“The CIA presence in (the capital) Mogadishu is part of Washington’s intensifying counter-terrorism focus on Somalia, which includes targeted strikes by US Special Operations forces, drone attacks and expanded surveillance operations,” writes Jeremy
Scahill, the magazine’s national security correspondent.
According to well-connected Somali sources, the CIA is reluctant to deal directly with Somali political leaders, who are regarded by U.S. officials as corrupt and untrustworthy. Instead, Scahill says, the U.S. has Somali intelligence agents on its payroll. Even the nation’s president, Sharif Sheihk Ahmed is not fully briefed on war plans.
The CIA operates from a sprawling walled compound in a corner of Mogadishu’s Aden Adde International Airport defended by guard towers manned by Somali government guards. What’s more, the CIA also runs a secret underground prison in the basement of Somalia’s National Security Agency headquarters, where conditions are reminiscent of the infamous Guantanamo Bay facility President Obama vowed to shut down.
The airport site was completed just four months ago and symbolizes the new face of the expanding war the Obama regime is waging against Al Shabab, and other Islamic militant groups in Somalia having close ties to Al Qaeda.
Typical of U.S. strongarm tactics, suspects from Kenya and elsewhere have been illegally rendered and flown to Mogadishu. Former prisoners, Scahill writes, “described the (filthy, small) cells as (infested with bedbugs), windowless and the air thick, moist and disgusting. Prisoners…are not allowed outside (and) many have developed rashes…” The prison dates back at least to the regime of military dictator Siad Barre, who ruled from 1969 to 1991, and was even then referred to as “The Hole.”
One prisoner snatched in Kenya and rendered to Somalia said, “I have been here for one year, seven months. I have been interrogated so many times…by Somali men and white men. Every day new faces show up (but) they have nothing on me. I have never seen a lawyer…here there is no court or tribunal.” The white men are believed to be U.S. and French intelligence agents.
Human Rights Watch and Reprieve have documented that Kenyan security forces “facilitated scores of renditions for the U.S. and other governments, including 85 people rendered to Somalia in 2007 alone,” Scahil writes.
Saleh Ali Saleh Nabhan, a leader of Al Qaeda in East Africa and Kenyan citizen, was slain in the first known targeted killing operation in Somalia authorized by President Obama, The Nation article said, several months after a man thought to be one of Nabhan’s aides was rendered to Mogadishu.
In an interview with the magazine in Mogadishu, Abdulkadir Moallin Noor, the minister of state for the presidency, confirmed that US agents “are working without intelligence” and “giving them training.” He called for more U.S. counter-terrorism efforts lest “the terrorists will take over the country.”
During his confirmation hearings to become head of the U.S. Special Operations Command, Vice Admiral William McRaven said the U..S. is “looking very hard” at Somalia and that it would have to “increase its use of drones as well as on-the-ground intelligence, surveillance and reconnaissance operations.” U.S. actions appear to circumvent the president, who is not fully kept in the loop, the magazine reported.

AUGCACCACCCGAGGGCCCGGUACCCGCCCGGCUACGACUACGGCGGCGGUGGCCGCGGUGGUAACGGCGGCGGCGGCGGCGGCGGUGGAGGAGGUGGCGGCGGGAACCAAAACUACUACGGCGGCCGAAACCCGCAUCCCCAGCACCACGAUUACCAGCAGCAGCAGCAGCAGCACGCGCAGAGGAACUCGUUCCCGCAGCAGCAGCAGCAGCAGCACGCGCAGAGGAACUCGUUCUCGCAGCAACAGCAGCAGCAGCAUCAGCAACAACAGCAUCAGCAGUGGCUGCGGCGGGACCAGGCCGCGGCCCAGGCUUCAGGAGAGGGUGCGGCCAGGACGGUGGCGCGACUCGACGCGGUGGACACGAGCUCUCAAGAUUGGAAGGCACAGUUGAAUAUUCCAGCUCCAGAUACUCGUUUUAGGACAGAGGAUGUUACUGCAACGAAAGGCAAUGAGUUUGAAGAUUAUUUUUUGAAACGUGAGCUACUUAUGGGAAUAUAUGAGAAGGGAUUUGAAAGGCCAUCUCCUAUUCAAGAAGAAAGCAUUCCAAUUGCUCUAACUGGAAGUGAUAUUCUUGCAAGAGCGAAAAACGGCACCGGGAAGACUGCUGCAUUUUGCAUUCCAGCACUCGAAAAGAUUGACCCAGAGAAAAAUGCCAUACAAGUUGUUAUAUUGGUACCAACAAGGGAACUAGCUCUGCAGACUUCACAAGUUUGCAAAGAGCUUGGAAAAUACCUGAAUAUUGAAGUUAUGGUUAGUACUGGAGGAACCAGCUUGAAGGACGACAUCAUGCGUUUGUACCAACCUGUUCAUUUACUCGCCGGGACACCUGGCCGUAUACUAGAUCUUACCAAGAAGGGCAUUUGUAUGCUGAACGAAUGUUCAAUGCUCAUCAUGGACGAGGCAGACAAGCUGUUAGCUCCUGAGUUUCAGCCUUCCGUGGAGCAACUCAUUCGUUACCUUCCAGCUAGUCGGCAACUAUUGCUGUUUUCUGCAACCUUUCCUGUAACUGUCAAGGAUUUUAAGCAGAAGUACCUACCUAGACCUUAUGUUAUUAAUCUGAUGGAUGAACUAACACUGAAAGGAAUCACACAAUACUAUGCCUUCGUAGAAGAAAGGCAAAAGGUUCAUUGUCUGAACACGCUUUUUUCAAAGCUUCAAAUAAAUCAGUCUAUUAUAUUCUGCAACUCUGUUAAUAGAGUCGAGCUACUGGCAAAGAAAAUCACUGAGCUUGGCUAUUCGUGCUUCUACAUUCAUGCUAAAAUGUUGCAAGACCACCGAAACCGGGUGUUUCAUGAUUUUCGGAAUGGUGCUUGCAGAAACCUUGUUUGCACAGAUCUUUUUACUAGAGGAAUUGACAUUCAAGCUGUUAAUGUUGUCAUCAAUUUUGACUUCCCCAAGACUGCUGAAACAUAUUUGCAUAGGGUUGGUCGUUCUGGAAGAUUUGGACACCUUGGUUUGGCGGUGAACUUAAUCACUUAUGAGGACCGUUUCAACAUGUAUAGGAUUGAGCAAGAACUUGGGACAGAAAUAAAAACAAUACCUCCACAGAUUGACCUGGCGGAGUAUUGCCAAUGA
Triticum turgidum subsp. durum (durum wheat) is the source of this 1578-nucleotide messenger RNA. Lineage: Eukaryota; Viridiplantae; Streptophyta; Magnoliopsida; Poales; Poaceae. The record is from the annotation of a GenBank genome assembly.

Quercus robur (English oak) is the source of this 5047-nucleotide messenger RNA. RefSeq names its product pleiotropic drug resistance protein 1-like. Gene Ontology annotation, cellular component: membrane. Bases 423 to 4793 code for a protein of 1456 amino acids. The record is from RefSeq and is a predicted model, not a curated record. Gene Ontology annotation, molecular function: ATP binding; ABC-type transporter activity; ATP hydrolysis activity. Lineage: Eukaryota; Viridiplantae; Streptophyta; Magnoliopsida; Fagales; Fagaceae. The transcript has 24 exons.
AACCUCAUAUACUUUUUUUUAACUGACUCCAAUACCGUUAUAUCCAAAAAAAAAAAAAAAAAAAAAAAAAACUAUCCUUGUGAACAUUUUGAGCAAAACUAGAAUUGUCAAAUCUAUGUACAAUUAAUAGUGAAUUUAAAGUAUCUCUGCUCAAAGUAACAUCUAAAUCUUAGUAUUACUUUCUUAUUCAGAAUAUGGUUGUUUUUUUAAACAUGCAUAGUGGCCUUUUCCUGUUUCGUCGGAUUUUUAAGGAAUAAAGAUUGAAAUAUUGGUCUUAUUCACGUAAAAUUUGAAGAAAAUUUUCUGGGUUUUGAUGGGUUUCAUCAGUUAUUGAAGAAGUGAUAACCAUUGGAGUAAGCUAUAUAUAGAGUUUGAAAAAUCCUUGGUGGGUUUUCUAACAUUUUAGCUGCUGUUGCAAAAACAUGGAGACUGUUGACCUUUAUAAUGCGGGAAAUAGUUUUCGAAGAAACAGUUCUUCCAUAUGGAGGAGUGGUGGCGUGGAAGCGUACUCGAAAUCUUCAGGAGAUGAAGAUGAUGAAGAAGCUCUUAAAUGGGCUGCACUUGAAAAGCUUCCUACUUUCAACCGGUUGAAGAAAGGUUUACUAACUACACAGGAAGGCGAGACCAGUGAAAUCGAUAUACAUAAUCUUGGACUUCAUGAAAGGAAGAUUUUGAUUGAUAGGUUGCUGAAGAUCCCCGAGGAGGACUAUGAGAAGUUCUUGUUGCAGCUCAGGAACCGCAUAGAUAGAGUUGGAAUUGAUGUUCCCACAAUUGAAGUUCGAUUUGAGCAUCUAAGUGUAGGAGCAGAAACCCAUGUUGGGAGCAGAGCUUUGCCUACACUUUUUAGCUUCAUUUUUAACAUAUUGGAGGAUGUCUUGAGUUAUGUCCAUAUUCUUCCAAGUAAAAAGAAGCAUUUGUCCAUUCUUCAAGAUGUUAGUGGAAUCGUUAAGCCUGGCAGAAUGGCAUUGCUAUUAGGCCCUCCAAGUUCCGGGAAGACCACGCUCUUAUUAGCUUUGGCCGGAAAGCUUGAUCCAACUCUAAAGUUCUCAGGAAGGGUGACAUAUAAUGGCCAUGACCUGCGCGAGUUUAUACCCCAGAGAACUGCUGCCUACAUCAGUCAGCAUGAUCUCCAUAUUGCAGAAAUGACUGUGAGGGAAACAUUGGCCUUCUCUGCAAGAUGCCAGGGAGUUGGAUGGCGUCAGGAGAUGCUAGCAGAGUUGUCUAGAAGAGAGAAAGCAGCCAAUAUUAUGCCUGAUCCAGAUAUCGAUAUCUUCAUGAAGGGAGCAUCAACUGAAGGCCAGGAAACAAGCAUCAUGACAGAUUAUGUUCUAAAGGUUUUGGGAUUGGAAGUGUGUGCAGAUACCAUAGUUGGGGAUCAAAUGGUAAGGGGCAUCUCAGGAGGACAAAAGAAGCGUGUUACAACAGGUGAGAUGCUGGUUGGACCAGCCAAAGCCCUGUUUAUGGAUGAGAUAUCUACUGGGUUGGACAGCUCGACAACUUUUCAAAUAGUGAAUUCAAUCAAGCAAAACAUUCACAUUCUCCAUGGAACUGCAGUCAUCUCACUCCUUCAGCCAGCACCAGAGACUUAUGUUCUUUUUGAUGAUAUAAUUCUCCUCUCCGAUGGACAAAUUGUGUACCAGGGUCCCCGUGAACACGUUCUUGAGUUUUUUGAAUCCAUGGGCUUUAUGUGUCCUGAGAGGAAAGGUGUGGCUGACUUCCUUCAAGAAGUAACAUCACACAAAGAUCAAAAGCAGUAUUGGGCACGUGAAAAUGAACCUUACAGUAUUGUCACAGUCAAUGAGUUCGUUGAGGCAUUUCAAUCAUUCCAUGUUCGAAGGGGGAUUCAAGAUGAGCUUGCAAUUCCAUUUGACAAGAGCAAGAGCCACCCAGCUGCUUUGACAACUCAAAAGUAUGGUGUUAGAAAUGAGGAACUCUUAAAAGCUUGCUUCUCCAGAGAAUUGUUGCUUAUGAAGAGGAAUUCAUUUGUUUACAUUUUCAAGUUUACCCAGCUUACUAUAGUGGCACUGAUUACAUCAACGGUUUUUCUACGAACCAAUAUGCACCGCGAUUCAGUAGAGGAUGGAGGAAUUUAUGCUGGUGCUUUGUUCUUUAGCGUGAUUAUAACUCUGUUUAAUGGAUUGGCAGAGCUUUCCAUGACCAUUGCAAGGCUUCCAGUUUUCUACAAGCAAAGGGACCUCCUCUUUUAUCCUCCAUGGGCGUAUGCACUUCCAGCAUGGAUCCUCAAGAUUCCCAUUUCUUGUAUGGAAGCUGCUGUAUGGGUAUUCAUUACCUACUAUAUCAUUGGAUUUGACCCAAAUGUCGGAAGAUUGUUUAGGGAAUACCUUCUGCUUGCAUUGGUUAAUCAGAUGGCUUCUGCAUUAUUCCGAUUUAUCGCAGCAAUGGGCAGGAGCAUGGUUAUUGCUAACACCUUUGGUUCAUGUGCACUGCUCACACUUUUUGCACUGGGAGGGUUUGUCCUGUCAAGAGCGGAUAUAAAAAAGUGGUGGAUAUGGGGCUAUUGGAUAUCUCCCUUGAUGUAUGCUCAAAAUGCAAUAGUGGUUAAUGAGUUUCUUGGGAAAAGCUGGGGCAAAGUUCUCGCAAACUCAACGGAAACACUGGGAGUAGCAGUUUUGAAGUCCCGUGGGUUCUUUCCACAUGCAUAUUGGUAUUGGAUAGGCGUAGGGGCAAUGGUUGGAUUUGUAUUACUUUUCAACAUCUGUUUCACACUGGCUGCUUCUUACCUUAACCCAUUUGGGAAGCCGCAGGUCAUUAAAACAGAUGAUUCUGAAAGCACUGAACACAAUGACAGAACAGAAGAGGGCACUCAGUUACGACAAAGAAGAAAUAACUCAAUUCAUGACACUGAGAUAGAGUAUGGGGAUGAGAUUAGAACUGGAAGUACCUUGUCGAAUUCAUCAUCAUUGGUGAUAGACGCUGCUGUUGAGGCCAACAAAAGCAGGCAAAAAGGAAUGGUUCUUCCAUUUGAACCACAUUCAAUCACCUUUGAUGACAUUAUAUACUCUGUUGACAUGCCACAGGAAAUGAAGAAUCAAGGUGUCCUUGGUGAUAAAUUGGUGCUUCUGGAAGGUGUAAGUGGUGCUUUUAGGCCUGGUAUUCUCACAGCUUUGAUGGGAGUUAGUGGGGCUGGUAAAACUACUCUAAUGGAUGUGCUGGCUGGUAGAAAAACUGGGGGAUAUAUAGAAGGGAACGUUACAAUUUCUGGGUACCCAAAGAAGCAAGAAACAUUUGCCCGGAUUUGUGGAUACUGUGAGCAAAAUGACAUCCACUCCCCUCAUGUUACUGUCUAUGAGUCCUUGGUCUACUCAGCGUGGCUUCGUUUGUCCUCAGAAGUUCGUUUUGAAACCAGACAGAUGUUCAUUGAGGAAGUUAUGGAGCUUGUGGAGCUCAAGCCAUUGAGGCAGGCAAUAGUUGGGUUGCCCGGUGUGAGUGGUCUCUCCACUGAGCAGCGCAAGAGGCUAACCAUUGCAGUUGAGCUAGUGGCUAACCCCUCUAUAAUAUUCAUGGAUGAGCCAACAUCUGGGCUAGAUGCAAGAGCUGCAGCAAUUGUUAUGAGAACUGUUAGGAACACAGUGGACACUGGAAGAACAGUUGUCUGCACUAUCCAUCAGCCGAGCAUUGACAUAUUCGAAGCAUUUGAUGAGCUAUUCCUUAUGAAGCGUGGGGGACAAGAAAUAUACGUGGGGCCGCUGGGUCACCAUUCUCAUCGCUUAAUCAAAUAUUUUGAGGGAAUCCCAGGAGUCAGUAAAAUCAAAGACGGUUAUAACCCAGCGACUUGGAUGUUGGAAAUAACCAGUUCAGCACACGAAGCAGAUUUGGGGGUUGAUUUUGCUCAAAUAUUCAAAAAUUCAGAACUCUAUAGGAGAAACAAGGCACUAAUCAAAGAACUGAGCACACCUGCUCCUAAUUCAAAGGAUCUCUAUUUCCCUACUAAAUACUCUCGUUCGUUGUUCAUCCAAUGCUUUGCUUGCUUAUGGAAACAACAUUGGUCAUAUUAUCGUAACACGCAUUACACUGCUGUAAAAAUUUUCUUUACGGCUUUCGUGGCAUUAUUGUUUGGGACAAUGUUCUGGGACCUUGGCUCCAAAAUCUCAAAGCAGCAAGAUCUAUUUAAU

A week after a June 23rd drone strike against alleged Shabab members near Kismayo, 300 miles from the capital, John Brennan, Mr.. Obama’s top counter-terrorism adviser, said, “From the territory it controls in Somalia, Al Shabab continues to call for strikes against the United States. We cannot and we will not let down our guard. We will continue to pummel Al Qaeda and its ilk.”
Author Scahill reports the Pentagon is increasing its support for, and arming of, the counter-terrorism operations of non-Somali African military forces. A new defense spending bill would authorize more than $75 million in U.S. aid aimed at fighting the Shabab and Al Qaeda in Somalia. The package would “dramatically” increase US arming and financing of AMISOM’s (African Union) forces, particularly from Uganda and Burundi, as well as the armies of Djibouti, Kenya and Ethiopia.
The AMISOM forces, however, “are not conducting their mission with anything resembling surgical precision,” Scahill writes. Instead, in recent months they “have waged a merciless campaign of indiscriminate shelling of Shabab areas, some of which are heavily populated by civilians.”
According to a senior Somali intelligence official who works directly with U.S. agents, the CIA-led program in Mogadishu has yielded few tangible gains. Neither the U.S. nor Somali forces “have been able to conduct a single successful targeted mission in the Shabab’s areas in the capital,” Scahill reports.
Francis Boyle, distinguished authority on international law at the University of Illinois, Champaign, says the US. is “just using Shabab as an excuse to steal Somalia’s gas. Just before President Bush Senior’s Gulf War I, Somalia was already carved up among four or so U.S. oil companies. Then Bush Sr. invaded under the pretext of feeding poor starving Somalis…(but) the Somalis fought back and expelled us… So now we are just trying to get back in there. Notice they are escalating the propaganda again about poor starving Black People in Somalia, as if we ever cared diddly-squat about them. All we care about is stealing their oil. Shabab and famine are just covers and pretexts.”
The expanding war in Somalia, largely unreported in America, marks the sixth country in the Middle East—-after Afghanistan, Iraq, Pakistan, Libya, and Yemen—in which the regime of Nobel Peace Prize-winner Obama is engaged. One wonders how many additional countries does Mr. Obama, (the former secret CIA payroller,) have to invade to win another Peace Prize?